Saving For Retirement to Cost Canadians More Due to New GST/HST Rules

March 29, 2010, (Toronto) – The Investment Counsel Association of Canada (“ICAC”), the voice of the country’s portfolio managers and investment counsellors, today urged the federal government to reverse its plan to modify the Excise Tax Act  to spare Canadians from the burden of paying more tax for professional investment management services.

“Canadian investors and pension plans have been striving  to regain lost capital since the recent economic downturn,” said Katie Walmsley, ICAC President.   “Although the capital markets have taken a positive turn in recent months, the addition of HST in BC and Ontario will result in a new tax on investment management services at a time when Canadians can ill afford it.  We believe there needs to be a moratorium and a period of consultation to ensure the resulting tax treatment is fair and clear and to allow Canadians and their investment managers time to plan accordingly. Taxation is necessary in our society but it’s important that the playing field is level among the different forms of financial services and that Canadians understand the impact of tax and any new tax (HST) on their investments and savings.”

The ICAC has long advocated for changes to Federal taxation with a view to improving the ability of Canadians to properly save for retirement and live on their pensions and life savings.   The organization – which represents Canadian investment management firms with over $700 billion of assets under management – would prefer to see no additional HST on discretionary investment fees.  The ICAC was pleased with the Federal government’s announcement of a Canada-wide consultation process on pension and retirement savings, and are hopeful the Government will see the opportunity to assist Canadians in reaching their retirement goals by minimizing the GST/HST impact on their retirement savings.

Background Facts:

  • Since the inception of GST in 1991, some financial services have been subject to GST and some have not.  With British Columbia and Ontario harmonizing tax in July 2010, some financial services will have an additional 7 or 8% tax added on services while some will remain GST/HST exempt;
  • Discretionary investment management fees (i.e. fees paid by pension plans to manage their investments or individual Canadians hiring investment counsellors to manage their portfolio) have been subject to GST since 1991 while broker commissions and sales of financial products by non-commissioned employees have been GST exempt;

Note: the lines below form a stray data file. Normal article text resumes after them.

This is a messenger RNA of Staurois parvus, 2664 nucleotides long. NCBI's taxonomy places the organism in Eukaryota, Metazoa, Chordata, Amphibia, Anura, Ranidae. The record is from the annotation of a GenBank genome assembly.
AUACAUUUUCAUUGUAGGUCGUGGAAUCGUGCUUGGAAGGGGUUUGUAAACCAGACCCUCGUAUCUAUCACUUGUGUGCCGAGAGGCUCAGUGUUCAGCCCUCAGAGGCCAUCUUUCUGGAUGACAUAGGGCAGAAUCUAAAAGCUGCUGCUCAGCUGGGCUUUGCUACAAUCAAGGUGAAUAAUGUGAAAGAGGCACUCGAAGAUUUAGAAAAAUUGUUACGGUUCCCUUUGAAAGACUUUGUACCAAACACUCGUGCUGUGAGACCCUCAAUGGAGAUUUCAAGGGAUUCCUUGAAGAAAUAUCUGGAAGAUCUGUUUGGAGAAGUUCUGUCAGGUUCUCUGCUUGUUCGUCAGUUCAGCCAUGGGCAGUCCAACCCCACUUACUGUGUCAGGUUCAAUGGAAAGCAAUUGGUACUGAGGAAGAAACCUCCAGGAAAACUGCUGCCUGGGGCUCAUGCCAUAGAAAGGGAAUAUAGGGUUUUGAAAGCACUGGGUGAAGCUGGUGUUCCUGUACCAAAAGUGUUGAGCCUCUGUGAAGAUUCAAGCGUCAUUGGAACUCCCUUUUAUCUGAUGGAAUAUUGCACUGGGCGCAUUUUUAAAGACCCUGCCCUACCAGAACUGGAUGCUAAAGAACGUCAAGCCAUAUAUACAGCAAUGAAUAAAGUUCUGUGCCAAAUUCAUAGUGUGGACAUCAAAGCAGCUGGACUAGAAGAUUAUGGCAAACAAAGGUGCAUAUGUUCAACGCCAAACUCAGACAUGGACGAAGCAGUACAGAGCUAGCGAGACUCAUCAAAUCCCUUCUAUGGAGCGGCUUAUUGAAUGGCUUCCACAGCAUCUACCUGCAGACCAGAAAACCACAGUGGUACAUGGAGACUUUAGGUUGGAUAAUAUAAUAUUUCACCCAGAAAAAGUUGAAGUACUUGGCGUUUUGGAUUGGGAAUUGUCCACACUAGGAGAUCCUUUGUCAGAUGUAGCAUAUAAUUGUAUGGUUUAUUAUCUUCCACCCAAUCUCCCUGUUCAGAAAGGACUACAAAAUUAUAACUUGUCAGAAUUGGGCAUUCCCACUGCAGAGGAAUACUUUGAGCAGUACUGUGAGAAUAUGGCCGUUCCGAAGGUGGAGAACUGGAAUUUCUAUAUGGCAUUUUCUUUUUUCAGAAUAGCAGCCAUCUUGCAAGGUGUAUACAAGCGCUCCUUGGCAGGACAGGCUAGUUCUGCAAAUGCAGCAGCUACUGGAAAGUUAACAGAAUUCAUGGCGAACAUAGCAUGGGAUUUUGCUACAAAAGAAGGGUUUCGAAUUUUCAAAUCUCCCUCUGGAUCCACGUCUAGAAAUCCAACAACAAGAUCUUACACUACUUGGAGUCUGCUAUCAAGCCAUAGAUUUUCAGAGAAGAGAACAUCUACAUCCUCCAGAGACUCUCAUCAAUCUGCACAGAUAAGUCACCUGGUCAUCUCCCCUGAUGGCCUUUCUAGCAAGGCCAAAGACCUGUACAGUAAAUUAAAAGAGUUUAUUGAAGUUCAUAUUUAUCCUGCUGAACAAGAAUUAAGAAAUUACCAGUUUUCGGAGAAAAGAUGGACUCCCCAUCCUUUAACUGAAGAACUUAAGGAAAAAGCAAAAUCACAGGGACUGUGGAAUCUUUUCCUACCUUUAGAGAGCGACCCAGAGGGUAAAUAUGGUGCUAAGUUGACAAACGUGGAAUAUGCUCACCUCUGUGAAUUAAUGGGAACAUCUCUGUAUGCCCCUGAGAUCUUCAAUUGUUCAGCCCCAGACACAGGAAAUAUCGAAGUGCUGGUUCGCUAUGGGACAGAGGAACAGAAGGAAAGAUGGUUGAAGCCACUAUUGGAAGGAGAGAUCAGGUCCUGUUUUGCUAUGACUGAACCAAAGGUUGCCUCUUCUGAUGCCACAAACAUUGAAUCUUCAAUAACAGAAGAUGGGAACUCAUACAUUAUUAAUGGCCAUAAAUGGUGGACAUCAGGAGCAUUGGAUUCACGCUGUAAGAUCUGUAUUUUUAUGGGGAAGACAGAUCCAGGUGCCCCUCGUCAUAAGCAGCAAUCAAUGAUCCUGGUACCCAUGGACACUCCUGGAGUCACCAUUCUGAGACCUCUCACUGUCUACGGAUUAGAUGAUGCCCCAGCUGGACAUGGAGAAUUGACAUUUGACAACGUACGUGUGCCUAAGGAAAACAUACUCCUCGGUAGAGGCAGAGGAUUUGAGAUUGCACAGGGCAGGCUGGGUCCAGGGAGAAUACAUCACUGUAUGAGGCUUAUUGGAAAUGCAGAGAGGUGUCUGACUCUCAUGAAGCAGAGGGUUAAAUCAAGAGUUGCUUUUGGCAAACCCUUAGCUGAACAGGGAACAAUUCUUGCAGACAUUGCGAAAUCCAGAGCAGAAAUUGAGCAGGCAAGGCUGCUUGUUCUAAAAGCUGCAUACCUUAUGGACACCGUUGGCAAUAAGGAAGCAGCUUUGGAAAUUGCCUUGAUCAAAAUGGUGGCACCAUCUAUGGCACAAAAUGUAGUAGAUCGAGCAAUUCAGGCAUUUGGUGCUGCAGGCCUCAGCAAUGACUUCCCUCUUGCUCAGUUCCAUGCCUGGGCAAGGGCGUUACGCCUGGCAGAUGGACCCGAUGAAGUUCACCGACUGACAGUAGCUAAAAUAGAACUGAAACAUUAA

• In April 2009, the Federal Court of Appeal upheld a decision of the Tax Court of Canada in the Queen vs. The Canadian Medical Protective Association (“CMPA”) that “discretionary” investment management services are a “financial service” and therefore should be exempt from GST;
  • On December 14, 2009, the Federal government announced its intention to introduce legislation at its earliest opportunity to support the continued taxation (GST) of discretionary management fees and in effect overrule the CMPA court decision;
  • In February & March, the Federal government, through subsequent communications, clarified what financial services will and will not be subject to GST and eventually HST in harmonizing provinces; recent communications suggest the potential addition of broker commissions and continued inclusion of discretionary management services.

Example of Tax Impact

For the purposes of illustration, assume a 45 year old Ontario-based couple with $200,000 in RRSPs pays 1.25% (of assets managed) per year for discretionary management of their portfolio. This equates to $2500 plus $125 of GST.  After HST comes into effect in Ontario, in 20 years, the couple will pay an additional 8% or $200 tax each year, or  an extra $4,000 overthe 20-year period.

Wrong Timing, Wrong Result

ICAC’s Chairman, Bob Hill of Coleford Investment Management said: “These are complex issues with financial products and services being offered across Canada in different provinces with different tax rates; we recognize the challenge faced by Ottawa in providing clarity and fairness however, we ultimately believe now is not the time to introduce an additional tax on Canadian’s pensions and retirement savings.”  The ICAC is urging the government to seek further consultation on the impact of the proposed new GST and HST rules before moving forward.

About ICAC

The Investment Counsel Association of Canada (ICAC) is the representative organization for investment counsel and portfolio managers in Canada.  Our members are from across Canada and are comprised of both large and small investment management firms managing Canadian’s pensions and retirement savings.   ICAC was established in 1952 and its current members are responsible for managing in excess of over $700 billion of client assets.  The overall mission of the Association is to  advocate the highest standards of unbiased portfolio management in the interest of investors served by Members.  Member firms are only in the business of managing investments for clients in keeping with each client’s needs, objectives and risk.

For further information contact:

Katie Walmsley,
Investment Counsel Association of Canada
Toronto, Ontario